As an online MBA student, studying whenever it is convenient, it can take a day for James Connor to get a professor’s help — “a long time when you’re on a deadline”, says the 36-year-old Briton. Soon there may be a more efficient solution for London’s Imperial College Business School students: a smartphone chatbot that will answer queries almost immediately.
The chatbot uses artificial intelligence to find similar questions that have been asked before and provides the answer that was previously deemed to be the best match. Imperial plans to launch the tool on its massive open online courses (Moocs) next month, where tutor time is limited, and eventually on degree programmes.
“The chatbot would be invaluable,” Connor says. “Without immediate access to a tutor, I might spend two or three hours searching for an answer to a problem online.”
David Lefevre, director of the Imperial Edtech Lab that developed the chatbot, says it works well with simple questions, such as “what is a balance sheet?”, but it struggles with less structured queries, in which case a human tutor answers them. “We do not see robots displacing flesh-and-blood faculty,” Lefevre says.
European business schools are on the cutting edge of technology that is transforming the way students learn, give or receive feedback, network and land a job. The use of AI has been fuelled by the need for personalised, continuous learning on a greater scale than before, says Federico Frattini, director of MBA and executive MBA programmes at Italy’s MIP Politecnico di Milano.
About 5,000 students at the school will take skills tests and upload CVs to an AI search engine called Flexa when it launches this month. Developed in partnership with Microsoft, Flexa will recommend which content students should focus on, such as academic papers, in order to plug any gaps in their skills. Students will also share their expertise among themselves and apply for jobs advertised by recruiters through the online platform.
Paolo Mazza, 46, is an MIP EMBA alumnus who tested Flexa. He says the technology is a more efficient way to find useful content. “The vast amount of information on the internet can be overwhelming. Flexa filters it,” he says.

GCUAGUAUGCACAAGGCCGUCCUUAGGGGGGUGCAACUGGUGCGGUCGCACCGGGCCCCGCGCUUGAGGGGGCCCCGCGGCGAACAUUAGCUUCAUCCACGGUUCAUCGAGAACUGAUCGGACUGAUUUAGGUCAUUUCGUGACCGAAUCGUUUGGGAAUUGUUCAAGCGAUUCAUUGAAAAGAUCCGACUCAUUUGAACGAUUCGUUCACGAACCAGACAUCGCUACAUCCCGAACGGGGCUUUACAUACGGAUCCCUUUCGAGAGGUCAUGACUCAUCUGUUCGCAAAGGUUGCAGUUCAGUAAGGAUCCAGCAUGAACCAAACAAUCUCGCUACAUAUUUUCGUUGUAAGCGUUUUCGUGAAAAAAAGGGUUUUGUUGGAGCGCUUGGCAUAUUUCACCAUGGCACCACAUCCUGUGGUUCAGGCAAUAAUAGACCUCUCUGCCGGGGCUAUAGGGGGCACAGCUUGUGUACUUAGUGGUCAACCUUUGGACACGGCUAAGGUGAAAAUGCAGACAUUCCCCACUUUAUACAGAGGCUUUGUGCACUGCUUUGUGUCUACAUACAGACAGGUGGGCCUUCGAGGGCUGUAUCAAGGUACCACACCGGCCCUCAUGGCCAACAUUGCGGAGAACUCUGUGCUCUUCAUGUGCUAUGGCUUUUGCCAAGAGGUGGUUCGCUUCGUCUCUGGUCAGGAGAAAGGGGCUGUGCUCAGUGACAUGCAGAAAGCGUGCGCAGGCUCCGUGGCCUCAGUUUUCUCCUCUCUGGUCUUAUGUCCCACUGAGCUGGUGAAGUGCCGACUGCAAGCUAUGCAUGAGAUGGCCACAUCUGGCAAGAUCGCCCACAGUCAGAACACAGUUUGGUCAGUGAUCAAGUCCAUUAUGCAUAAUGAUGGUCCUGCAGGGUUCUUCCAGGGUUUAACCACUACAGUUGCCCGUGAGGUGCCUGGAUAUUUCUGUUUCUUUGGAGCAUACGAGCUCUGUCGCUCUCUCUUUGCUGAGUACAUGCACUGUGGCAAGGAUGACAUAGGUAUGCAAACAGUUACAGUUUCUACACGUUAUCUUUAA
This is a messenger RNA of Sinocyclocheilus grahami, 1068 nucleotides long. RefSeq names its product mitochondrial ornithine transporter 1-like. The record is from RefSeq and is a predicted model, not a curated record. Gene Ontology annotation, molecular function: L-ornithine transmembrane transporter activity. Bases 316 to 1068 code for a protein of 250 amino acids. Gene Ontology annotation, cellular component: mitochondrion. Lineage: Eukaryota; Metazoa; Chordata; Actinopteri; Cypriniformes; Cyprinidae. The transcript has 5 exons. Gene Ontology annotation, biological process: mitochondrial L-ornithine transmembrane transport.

He told the AI search engine he wanted to take his digital transformation company into the healthcare sector and it recommended that he read and watch a series of articles and videos on how technology is affecting the industry. “It was exactly what I needed,” Mazza says.
Anyone will be able to access Flexa free of charge, but they will have to pay a subscription fee of about €10-€15 per month for premium content, such as case studies from top schools. By recommending its own masters courses, MIP hopes to attract more applications for them.
Meanwhile, schools are increasingly using virtual reality because it is becoming more affordable, user-friendly and the visual quality is improving, according to Juliane Iannarelli, chief knowledge officer at AACSB International, the business school accreditation body. “Also, students are demanding that technology is applied to education, as many use it in their personal lives,” she says.
IE Business School in Madrid uses VR to take MBA students to places that may have been inaccessible because of cost, security or safety concerns, for example to an Airbus satellite production line, offering them a rare insight into the aerospace company’s operations.
Students also practise public speaking via VR, which simulates audience reaction, controlled by professors. “Students learn to tailor their communication style, depending on the reaction,” says IE dean Martin Boehm.
The school, an FT partner in the Corporate Learning Alliance, will invest €50m over the next five years in digital technology. According to Boehm, this is partly to compete with online education providers such as Coursera. “We have to invest to remain relevant,” he says.
At Neoma Business School in France, about 2,000 students use VR case studies, such as one where with the help of a 360-degree view, they can learn about marketing by changing a retail shop’s interior.
Estelle François-Brazier this year trialled a VR case during her Neoma Masters in Management degree. She says her engagement, motivation and satisfaction levels were higher than with traditional methods: “It’s an immersive and playful experience that forces you to engage with people to acquire information — not reading it on paper.” One barrier to such immersive technology is the price. It cost Neoma €2,000 to produce a minute of VR case footage. Alain Goudey, the school’s chief digital officer, says another challenge is convincing faculty of VR’s merits. “Many professors remain resistant to change and this could be a barrier to widespread adoption [at other schools],” he says. “We got them on board through demonstrations, so they could see how VR enhances the learning process.”
The next step is using data gathered from VR trials to improve feedback. The UK’s Warwick Business School, for example, plans to use headset eye-tracking capabilities to assess students’ levels of engagement with the teaching. The feedback could be used by professors to improve real-time instruction. The school is also exploring the use of VR to beam lectures to off-campus students.
Ray Irving, Warwick’s director of teaching and learning support, compares the challenge to that faced by the business schools pioneering video lectures in the 2000s. “The [low] bandwidth and corporate firewalls were horrendous issues to deal with, but now video is a staple of business education,” he says. “VR seems like sci-fi, but it will happen.”
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